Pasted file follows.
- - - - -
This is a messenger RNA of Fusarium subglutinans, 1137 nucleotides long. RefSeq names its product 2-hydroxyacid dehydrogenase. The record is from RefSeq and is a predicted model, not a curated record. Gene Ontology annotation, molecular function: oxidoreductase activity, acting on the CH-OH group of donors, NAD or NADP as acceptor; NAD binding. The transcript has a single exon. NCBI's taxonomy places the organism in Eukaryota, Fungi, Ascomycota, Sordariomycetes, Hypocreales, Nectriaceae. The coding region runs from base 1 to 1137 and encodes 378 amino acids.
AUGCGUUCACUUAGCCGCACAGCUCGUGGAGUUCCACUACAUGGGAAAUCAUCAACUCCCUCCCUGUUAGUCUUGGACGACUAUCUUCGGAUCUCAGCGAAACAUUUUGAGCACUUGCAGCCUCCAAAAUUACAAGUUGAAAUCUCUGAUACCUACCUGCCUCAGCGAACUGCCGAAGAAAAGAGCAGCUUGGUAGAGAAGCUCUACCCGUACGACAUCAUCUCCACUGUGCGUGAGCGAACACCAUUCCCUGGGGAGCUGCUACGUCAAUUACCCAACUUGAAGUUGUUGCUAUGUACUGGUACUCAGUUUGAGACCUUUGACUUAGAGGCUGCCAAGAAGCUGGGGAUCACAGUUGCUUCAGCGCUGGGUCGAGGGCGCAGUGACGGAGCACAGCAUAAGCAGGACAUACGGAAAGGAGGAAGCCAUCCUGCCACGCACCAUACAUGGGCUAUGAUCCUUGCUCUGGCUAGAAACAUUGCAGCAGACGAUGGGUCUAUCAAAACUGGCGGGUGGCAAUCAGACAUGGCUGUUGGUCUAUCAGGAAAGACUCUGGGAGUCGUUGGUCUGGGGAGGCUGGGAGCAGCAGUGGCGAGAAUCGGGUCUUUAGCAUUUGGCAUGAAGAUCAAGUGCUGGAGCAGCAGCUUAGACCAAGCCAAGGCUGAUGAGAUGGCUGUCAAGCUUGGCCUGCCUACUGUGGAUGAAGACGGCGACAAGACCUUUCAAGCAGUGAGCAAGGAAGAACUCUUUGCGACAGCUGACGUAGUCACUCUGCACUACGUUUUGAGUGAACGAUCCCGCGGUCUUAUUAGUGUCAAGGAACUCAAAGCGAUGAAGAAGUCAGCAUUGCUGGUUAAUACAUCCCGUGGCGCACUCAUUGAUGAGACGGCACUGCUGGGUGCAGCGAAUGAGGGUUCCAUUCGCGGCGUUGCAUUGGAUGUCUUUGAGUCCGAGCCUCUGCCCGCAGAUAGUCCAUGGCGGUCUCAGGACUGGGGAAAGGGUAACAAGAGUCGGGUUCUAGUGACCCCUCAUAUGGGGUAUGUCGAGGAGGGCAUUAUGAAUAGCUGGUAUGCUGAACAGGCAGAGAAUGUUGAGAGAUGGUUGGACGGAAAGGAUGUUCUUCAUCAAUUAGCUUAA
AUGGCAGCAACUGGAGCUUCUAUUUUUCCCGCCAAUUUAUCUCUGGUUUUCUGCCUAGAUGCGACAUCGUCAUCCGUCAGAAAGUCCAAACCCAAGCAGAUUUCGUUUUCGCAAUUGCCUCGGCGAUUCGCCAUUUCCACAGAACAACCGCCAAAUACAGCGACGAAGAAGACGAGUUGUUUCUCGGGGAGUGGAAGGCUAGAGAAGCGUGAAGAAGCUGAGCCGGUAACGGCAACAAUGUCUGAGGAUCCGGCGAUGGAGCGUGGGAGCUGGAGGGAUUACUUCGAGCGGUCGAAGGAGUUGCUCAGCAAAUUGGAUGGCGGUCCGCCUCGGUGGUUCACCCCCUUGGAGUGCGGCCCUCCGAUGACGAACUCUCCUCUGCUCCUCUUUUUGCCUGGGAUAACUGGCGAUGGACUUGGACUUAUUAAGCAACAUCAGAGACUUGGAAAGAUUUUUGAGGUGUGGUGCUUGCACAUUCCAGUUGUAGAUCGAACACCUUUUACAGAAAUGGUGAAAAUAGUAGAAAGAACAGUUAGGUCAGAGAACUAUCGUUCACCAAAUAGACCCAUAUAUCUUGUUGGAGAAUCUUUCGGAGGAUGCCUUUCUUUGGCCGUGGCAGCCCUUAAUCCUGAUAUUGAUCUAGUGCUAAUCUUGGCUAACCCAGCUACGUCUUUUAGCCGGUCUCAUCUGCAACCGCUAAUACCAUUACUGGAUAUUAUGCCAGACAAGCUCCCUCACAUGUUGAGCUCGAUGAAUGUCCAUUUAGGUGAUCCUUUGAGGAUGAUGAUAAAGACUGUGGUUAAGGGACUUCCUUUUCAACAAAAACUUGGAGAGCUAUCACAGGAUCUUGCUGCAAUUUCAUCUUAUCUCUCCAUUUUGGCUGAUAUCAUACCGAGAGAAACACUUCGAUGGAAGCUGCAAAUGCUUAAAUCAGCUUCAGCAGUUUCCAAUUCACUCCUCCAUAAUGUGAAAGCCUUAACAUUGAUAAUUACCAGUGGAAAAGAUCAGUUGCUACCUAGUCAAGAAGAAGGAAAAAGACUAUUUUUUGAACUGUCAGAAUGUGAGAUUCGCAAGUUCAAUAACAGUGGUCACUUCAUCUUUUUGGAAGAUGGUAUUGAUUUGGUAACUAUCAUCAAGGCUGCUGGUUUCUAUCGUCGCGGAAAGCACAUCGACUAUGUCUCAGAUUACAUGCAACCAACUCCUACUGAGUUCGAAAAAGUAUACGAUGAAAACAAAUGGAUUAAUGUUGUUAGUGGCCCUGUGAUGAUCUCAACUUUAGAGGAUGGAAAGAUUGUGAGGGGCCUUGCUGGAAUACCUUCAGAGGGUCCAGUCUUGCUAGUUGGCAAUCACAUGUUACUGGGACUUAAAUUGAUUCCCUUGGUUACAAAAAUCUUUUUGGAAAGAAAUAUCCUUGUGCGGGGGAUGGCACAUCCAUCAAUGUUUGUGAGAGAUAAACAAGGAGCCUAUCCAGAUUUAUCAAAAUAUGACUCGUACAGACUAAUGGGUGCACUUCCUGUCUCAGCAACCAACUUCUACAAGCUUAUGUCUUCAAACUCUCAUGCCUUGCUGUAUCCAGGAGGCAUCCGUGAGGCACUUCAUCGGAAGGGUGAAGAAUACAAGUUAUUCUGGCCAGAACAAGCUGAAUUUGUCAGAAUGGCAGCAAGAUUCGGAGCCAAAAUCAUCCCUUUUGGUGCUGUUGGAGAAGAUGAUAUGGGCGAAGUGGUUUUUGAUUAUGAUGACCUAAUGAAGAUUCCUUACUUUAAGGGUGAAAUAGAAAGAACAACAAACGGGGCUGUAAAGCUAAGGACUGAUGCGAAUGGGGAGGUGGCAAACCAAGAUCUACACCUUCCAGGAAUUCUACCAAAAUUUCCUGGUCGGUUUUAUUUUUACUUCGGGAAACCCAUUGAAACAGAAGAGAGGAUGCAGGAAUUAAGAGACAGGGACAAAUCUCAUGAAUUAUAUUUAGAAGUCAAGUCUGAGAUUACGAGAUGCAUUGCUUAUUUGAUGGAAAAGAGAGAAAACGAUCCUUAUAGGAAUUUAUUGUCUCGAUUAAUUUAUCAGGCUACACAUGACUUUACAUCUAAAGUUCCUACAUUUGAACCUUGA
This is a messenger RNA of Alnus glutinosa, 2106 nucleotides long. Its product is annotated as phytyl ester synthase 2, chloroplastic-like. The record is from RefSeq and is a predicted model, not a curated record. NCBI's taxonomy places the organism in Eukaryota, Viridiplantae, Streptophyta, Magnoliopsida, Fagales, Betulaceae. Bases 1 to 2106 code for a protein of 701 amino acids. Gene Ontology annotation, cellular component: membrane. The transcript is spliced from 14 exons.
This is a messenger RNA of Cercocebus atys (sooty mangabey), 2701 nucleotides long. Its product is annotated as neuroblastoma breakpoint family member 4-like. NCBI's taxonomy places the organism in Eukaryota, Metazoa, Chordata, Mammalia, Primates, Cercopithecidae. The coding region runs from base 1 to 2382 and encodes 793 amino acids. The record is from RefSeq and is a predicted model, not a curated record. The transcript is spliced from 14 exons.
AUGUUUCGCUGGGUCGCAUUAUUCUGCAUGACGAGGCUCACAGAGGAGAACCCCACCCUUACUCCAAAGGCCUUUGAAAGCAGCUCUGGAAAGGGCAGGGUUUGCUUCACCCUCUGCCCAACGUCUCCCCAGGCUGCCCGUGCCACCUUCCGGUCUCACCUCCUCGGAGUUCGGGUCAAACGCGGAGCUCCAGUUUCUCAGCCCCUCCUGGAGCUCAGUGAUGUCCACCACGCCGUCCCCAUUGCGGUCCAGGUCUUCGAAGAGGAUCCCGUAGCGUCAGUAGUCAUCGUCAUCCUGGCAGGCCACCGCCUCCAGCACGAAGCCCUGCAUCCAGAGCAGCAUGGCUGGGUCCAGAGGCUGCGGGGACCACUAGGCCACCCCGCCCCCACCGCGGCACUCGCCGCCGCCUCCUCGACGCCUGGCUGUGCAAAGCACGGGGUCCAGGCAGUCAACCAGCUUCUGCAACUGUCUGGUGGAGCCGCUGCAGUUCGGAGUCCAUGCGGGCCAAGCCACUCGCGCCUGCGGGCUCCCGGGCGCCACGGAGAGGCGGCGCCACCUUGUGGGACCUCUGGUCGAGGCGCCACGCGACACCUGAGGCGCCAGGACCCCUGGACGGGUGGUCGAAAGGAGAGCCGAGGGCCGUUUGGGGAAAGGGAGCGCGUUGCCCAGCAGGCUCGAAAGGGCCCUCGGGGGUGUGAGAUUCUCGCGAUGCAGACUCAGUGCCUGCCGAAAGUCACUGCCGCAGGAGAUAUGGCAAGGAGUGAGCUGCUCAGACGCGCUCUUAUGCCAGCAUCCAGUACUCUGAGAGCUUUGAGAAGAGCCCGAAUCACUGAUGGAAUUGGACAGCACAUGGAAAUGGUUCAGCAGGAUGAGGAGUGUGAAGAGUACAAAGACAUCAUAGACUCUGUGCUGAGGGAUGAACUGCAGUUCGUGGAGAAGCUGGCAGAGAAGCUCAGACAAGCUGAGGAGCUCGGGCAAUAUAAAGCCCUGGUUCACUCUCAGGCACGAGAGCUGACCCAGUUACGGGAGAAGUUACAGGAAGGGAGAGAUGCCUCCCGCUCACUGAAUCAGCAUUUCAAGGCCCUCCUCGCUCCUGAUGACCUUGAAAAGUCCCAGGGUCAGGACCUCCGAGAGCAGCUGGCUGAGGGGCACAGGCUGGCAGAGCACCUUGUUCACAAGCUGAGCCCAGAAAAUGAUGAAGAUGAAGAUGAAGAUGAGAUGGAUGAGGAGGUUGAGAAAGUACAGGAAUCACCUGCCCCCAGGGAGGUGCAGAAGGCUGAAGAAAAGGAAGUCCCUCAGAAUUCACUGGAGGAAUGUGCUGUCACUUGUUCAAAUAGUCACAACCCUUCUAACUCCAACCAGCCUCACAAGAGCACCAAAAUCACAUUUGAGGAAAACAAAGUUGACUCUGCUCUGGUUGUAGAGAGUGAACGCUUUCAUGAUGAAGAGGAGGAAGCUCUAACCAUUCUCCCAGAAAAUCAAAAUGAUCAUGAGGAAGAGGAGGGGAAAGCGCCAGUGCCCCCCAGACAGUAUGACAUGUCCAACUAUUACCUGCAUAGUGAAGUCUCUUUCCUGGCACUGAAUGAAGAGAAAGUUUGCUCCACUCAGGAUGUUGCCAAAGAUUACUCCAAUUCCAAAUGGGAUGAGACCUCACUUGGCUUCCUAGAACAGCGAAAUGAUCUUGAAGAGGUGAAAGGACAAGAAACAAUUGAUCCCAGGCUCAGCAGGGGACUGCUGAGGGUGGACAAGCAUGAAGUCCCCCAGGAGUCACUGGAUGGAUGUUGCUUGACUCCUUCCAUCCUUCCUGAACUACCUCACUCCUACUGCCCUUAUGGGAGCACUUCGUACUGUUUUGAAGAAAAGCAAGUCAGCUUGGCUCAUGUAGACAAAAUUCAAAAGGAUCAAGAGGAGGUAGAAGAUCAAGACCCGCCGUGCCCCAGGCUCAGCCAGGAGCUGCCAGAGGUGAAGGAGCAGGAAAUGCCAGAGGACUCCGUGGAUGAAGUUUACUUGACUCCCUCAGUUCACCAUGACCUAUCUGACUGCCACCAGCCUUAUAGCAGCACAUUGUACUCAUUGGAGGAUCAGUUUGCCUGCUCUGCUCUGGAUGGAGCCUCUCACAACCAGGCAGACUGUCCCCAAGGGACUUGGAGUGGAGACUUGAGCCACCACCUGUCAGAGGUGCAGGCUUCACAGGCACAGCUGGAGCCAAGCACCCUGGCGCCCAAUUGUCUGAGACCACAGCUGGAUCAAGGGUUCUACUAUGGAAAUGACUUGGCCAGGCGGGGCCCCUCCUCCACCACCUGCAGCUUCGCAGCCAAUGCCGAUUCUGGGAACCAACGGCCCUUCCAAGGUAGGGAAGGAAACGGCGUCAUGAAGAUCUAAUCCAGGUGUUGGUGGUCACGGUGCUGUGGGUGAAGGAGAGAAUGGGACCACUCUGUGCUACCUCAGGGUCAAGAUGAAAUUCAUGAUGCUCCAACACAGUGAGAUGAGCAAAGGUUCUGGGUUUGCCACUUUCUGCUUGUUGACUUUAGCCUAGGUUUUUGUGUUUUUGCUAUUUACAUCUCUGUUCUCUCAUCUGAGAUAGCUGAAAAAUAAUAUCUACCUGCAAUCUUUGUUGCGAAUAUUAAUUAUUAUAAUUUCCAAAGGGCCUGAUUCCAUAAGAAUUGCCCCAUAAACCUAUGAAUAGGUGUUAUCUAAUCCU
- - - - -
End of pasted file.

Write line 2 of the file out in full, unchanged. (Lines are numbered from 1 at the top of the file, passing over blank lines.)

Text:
AUGCGUUCACUUAGCCGCACAGCUCGUGGAGUUCCACUACAUGGGAAAUCAUCAACUCCCUCCCUGUUAGUCUUGGACGACUAUCUUCGGAUCUCAGCGAAACAUUUUGAGCACUUGCAGCCUCCAAAAUUACAAGUUGAAAUCUCUGAUACCUACCUGCCUCAGCGAACUGCCGAAGAAAAGAGCAGCUUGGUAGAGAAGCUCUACCCGUACGACAUCAUCUCCACUGUGCGUGAGCGAACACCAUUCCCUGGGGAGCUGCUACGUCAAUUACCCAACUUGAAGUUGUUGCUAUGUACUGGUACUCAGUUUGAGACCUUUGACUUAGAGGCUGCCAAGAAGCUGGGGAUCACAGUUGCUUCAGCGCUGGGUCGAGGGCGCAGUGACGGAGCACAGCAUAAGCAGGACAUACGGAAAGGAGGAAGCCAUCCUGCCACGCACCAUACAUGGGCUAUGAUCCUUGCUCUGGCUAGAAACAUUGCAGCAGACGAUGGGUCUAUCAAAACUGGCGGGUGGCAAUCAGACAUGGCUGUUGGUCUAUCAGGAAAGACUCUGGGAGUCGUUGGUCUGGGGAGGCUGGGAGCAGCAGUGGCGAGAAUCGGGUCUUUAGCAUUUGGCAUGAAGAUCAAGUGCUGGAGCAGCAGCUUAGACCAAGCCAAGGCUGAUGAGAUGGCUGUCAAGCUUGGCCUGCCUACUGUGGAUGAAGACGGCGACAAGACCUUUCAAGCAGUGAGCAAGGAAGAACUCUUUGCGACAGCUGACGUAGUCACUCUGCACUACGUUUUGAGUGAACGAUCCCGCGGUCUUAUUAGUGUCAAGGAACUCAAAGCGAUGAAGAAGUCAGCAUUGCUGGUUAAUACAUCCCGUGGCGCACUCAUUGAUGAGACGGCACUGCUGGGUGCAGCGAAUGAGGGUUCCAUUCGCGGCGUUGCAUUGGAUGUCUUUGAGUCCGAGCCUCUGCCCGCAGAUAGUCCAUGGCGGUCUCAGGACUGGGGAAAGGGUAACAAGAGUCGGGUUCUAGUGACCCCUCAUAUGGGGUAUGUCGAGGAGGGCAUUAUGAAUAGCUGGUAUGCUGAACAGGCAGAGAAUGUUGAGAGAUGGUUGGACGGAAAGGAUGUUCUUCAUCAAUUAGCUUAA